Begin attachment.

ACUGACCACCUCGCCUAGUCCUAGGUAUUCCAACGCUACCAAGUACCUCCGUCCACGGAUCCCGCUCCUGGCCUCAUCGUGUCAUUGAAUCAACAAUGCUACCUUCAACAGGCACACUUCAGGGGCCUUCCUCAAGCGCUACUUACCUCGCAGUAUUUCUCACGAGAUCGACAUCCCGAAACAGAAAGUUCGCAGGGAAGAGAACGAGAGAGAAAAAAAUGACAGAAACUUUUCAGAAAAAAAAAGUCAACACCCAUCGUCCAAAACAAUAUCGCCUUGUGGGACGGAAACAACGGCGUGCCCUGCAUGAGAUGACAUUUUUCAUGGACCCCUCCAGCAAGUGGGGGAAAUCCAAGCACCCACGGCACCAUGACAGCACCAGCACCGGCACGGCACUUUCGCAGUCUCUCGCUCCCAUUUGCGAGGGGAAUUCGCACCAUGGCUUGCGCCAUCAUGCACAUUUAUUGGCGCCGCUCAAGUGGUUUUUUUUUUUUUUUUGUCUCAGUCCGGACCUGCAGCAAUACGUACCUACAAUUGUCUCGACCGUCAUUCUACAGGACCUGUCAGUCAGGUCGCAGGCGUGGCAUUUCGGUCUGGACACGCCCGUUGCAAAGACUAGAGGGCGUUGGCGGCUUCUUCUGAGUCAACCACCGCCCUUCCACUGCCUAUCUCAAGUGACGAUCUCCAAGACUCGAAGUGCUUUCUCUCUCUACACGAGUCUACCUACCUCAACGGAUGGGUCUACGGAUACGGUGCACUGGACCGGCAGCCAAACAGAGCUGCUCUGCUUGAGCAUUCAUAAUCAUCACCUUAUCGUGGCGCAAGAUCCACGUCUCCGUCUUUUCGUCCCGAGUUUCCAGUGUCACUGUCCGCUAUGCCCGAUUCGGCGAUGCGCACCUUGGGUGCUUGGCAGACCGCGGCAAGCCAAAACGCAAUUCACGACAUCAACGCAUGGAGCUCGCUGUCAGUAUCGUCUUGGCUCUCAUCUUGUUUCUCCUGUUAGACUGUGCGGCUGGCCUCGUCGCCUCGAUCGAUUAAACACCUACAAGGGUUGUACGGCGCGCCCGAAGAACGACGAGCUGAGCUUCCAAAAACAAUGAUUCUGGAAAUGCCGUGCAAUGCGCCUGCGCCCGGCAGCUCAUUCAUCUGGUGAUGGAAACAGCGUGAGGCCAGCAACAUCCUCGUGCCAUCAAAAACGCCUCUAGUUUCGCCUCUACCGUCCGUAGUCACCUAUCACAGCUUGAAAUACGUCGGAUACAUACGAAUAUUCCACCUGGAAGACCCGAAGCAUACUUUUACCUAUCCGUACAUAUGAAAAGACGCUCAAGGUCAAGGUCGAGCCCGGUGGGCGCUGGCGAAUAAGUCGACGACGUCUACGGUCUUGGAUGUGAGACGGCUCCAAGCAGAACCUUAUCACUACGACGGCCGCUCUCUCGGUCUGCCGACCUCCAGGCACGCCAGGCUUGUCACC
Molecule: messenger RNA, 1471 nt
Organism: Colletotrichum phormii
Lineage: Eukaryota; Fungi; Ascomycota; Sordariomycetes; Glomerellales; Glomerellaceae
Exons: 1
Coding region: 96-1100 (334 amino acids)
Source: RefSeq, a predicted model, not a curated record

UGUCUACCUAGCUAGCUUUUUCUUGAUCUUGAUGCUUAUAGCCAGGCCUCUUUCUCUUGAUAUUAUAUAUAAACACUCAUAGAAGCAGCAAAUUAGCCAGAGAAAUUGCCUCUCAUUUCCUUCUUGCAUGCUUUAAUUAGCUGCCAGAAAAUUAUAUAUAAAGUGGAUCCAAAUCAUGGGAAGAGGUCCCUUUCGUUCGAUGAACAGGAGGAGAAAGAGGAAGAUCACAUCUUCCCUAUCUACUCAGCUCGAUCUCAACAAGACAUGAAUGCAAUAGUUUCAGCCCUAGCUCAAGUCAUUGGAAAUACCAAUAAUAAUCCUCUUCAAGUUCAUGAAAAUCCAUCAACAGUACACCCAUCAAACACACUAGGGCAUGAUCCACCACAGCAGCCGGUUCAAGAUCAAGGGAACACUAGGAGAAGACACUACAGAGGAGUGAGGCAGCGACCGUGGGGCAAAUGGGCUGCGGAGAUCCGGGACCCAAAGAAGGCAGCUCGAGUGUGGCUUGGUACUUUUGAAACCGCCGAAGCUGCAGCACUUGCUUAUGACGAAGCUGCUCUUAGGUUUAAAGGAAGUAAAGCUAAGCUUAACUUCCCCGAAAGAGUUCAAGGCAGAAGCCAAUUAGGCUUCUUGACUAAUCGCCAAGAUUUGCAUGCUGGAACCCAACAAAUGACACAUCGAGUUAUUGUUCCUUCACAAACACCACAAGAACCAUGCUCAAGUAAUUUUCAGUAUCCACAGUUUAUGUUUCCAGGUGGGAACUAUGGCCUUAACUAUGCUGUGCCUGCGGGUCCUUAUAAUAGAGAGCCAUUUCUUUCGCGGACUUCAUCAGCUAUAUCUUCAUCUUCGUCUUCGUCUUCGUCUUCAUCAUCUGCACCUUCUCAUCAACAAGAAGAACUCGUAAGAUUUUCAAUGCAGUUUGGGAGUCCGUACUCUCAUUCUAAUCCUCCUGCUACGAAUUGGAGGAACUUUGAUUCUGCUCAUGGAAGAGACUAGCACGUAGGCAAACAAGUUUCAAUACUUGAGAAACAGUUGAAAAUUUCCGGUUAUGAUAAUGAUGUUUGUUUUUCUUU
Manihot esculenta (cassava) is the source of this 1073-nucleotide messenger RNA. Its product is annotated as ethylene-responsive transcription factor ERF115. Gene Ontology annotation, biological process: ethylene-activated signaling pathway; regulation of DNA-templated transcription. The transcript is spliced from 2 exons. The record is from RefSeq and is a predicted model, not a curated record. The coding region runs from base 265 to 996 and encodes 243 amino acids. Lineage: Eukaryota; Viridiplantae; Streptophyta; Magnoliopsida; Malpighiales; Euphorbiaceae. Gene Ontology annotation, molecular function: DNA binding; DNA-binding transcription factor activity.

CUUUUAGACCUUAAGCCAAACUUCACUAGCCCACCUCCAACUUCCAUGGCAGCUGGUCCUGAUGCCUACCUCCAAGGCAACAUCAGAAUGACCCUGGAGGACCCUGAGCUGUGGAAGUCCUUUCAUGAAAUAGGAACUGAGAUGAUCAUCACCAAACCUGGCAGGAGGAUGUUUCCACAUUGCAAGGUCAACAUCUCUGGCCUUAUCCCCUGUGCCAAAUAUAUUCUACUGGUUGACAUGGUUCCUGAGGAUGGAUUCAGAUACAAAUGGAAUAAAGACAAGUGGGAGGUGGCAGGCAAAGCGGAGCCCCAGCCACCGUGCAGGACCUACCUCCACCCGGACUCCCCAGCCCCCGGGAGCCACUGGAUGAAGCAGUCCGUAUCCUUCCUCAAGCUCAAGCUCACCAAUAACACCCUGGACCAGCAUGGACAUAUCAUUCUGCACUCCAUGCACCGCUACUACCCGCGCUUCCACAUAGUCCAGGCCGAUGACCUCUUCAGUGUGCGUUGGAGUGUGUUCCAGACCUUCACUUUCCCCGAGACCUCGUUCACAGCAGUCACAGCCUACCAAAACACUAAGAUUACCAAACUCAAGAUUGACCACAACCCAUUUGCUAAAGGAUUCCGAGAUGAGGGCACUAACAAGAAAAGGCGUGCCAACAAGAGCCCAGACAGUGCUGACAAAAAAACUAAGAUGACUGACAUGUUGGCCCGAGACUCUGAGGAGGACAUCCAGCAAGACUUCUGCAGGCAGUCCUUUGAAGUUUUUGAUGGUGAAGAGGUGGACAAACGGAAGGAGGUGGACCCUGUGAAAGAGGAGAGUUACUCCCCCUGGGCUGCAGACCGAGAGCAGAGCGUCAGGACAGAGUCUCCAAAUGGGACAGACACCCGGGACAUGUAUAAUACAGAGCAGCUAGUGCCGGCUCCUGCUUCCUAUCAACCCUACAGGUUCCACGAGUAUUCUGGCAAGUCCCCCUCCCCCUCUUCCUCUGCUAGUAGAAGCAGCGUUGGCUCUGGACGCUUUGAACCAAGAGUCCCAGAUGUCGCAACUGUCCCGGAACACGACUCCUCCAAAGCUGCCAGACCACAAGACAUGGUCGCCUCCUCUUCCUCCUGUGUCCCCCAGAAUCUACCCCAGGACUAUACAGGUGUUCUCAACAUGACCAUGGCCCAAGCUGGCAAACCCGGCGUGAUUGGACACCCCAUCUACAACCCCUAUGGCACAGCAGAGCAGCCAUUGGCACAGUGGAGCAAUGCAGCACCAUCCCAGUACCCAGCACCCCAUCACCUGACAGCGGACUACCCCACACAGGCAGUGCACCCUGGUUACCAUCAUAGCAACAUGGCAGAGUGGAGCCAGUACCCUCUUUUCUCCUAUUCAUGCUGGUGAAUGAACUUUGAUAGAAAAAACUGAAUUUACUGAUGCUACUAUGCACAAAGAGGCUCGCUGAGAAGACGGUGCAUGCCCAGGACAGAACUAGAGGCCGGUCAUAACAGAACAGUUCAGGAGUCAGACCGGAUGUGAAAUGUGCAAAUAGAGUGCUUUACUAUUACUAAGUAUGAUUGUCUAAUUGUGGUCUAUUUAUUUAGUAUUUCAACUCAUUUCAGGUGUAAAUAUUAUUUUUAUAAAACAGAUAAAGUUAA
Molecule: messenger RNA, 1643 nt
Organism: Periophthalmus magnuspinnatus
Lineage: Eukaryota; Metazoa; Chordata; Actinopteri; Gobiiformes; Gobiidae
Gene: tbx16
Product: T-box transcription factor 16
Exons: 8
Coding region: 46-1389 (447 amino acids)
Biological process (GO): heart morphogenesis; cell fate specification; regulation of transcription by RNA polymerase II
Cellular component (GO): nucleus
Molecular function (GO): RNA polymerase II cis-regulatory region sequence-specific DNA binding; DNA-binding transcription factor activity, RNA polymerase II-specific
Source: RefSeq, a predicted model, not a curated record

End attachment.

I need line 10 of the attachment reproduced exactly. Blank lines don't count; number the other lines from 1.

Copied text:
CUUUUAGACCUUAAGCCAAACUUCACUAGCCCACCUCCAACUUCCAUGGCAGCUGGUCCUGAUGCCUACCUCCAAGGCAACAUCAGAAUGACCCUGGAGGACCCUGAGCUGUGGAAGUCCUUUCAUGAAAUAGGAACUGAGAUGAUCAUCACCAAACCUGGCAGGAGGAUGUUUCCACAUUGCAAGGUCAACAUCUCUGGCCUUAUCCCCUGUGCCAAAUAUAUUCUACUGGUUGACAUGGUUCCUGAGGAUGGAUUCAGAUACAAAUGGAAUAAAGACAAGUGGGAGGUGGCAGGCAAAGCGGAGCCCCAGCCACCGUGCAGGACCUACCUCCACCCGGACUCCCCAGCCCCCGGGAGCCACUGGAUGAAGCAGUCCGUAUCCUUCCUCAAGCUCAAGCUCACCAAUAACACCCUGGACCAGCAUGGACAUAUCAUUCUGCACUCCAUGCACCGCUACUACCCGCGCUUCCACAUAGUCCAGGCCGAUGACCUCUUCAGUGUGCGUUGGAGUGUGUUCCAGACCUUCACUUUCCCCGAGACCUCGUUCACAGCAGUCACAGCCUACCAAAACACUAAGAUUACCAAACUCAAGAUUGACCACAACCCAUUUGCUAAAGGAUUCCGAGAUGAGGGCACUAACAAGAAAAGGCGUGCCAACAAGAGCCCAGACAGUGCUGACAAAAAAACUAAGAUGACUGACAUGUUGGCCCGAGACUCUGAGGAGGACAUCCAGCAAGACUUCUGCAGGCAGUCCUUUGAAGUUUUUGAUGGUGAAGAGGUGGACAAACGGAAGGAGGUGGACCCUGUGAAAGAGGAGAGUUACUCCCCCUGGGCUGCAGACCGAGAGCAGAGCGUCAGGACAGAGUCUCCAAAUGGGACAGACACCCGGGACAUGUAUAAUACAGAGCAGCUAGUGCCGGCUCCUGCUUCCUAUCAACCCUACAGGUUCCACGAGUAUUCUGGCAAGUCCCCCUCCCCCUCUUCCUCUGCUAGUAGAAGCAGCGUUGGCUCUGGACGCUUUGAACCAAGAGUCCCAGAUGUCGCAACUGUCCCGGAACACGACUCCUCCAAAGCUGCCAGACCACAAGACAUGGUCGCCUCCUCUUCCUCCUGUGUCCCCCAGAAUCUACCCCAGGACUAUACAGGUGUUCUCAACAUGACCAUGGCCCAAGCUGGCAAACCCGGCGUGAUUGGACACCCCAUCUACAACCCCUAUGGCACAGCAGAGCAGCCAUUGGCACAGUGGAGCAAUGCAGCACCAUCCCAGUACCCAGCACCCCAUCACCUGACAGCGGACUACCCCACACAGGCAGUGCACCCUGGUUACCAUCAUAGCAACAUGGCAGAGUGGAGCCAGUACCCUCUUUUCUCCUAUUCAUGCUGGUGAAUGAACUUUGAUAGAAAAAACUGAAUUUACUGAUGCUACUAUGCACAAAGAGGCUCGCUGAGAAGACGGUGCAUGCCCAGGACAGAACUAGAGGCCGGUCAUAACAGAACAGUUCAGGAGUCAGACCGGAUGUGAAAUGUGCAAAUAGAGUGCUUUACUAUUACUAAGUAUGAUUGUCUAAUUGUGGUCUAUUUAUUUAGUAUUUCAACUCAUUUCAGGUGUAAAUAUUAUUUUUAUAAAACAGAUAAAGUUAA